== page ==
The black man, wearing white shorts, red high-top sneakers, and a white T-shirt stained with blood, was lying face-up just steps from his front door. Police would not say on what part of the body the man was shot.
Friends and relatives surrounded the man, crying and screaming in anguish. It took several police officers to hold back the gathering crowd as emergency medical technicians placed a white sheet over the body.
During a press conference, DeFrank said that it was not a drive-by shooting.
Several onlookers said they saw a gray car drive east on West Catherine Street toward South Main Street, stop in front of the man's home, then back up West Catherine Street before turning around and heading west.
Police cordoned the block with yellow tape from Black Avenue to South Main Street as Pennsylvania State Police and Franklin County Chief Deputy Coroner Jeffrey Conner arrived at the scene.
Several people, crying and screaming, tried to break through the police line. Groups of onlookers, some yelling at the police, gathered on the corners of the block and on the sidewalks.
Some neighbors said they didn't hear a gunshot and didn't realize anything had happened until they heard screaming outside.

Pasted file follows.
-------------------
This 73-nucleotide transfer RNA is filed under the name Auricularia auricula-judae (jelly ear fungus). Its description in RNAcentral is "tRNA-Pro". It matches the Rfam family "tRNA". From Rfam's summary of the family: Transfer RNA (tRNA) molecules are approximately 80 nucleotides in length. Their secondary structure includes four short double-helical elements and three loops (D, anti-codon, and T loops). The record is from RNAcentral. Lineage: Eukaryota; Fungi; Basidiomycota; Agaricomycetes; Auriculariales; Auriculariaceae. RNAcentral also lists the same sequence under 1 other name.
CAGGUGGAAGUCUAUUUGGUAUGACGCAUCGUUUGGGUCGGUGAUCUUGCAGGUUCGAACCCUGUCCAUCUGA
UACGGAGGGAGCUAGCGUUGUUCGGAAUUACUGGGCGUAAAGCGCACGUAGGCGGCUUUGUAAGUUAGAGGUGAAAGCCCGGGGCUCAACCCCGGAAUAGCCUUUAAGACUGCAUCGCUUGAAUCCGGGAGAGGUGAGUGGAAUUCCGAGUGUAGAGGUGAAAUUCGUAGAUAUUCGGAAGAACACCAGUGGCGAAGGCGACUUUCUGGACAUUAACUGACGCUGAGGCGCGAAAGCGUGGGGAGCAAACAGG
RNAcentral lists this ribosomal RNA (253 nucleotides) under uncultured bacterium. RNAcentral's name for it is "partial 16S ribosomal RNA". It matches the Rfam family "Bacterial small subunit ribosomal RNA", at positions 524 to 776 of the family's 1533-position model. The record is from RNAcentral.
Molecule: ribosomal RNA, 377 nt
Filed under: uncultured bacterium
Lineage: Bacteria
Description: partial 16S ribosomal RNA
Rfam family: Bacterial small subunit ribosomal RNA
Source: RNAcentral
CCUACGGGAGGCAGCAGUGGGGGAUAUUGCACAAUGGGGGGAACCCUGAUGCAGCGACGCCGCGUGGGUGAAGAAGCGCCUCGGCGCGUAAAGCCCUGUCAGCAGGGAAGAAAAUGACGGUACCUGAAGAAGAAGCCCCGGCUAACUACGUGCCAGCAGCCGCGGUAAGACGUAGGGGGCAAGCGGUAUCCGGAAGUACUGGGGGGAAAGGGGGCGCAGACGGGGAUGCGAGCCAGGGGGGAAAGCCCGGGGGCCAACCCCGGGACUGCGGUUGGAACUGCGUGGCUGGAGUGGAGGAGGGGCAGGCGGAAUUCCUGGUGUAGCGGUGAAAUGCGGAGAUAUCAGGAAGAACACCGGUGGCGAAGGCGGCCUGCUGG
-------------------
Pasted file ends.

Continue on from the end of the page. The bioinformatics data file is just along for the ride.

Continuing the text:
"I was in my house and I didn't hear anything because I had my air conditioner on. All I know is I heard people screaming and then my friend came in the house and got me," said Yolanda Coy, who lives across the street and a few houses from the scene.
Bruce and Goldie Hockenberry, who live in a red brick home across the street, said they were eating dinner in the kitchen in the rear of their home and didn't realize anything was going on until their niece called them after hearing the incident over her scanner.
"It's gotten terrible around here in the last three or four years," said Goldie Hockenberry, who moved to the neighborhood with her husband in 1964.
A mix of young families and senior citizens live on the block, Coy said. She said a lot of people used to hang out in the area, but that hasn't been a problem lately.
"I don't know how I feel. I just know it's a shame. I don't even think I could begin to express my feelings. I guess right now I'm still in awe that it was so close to my home," Coy said.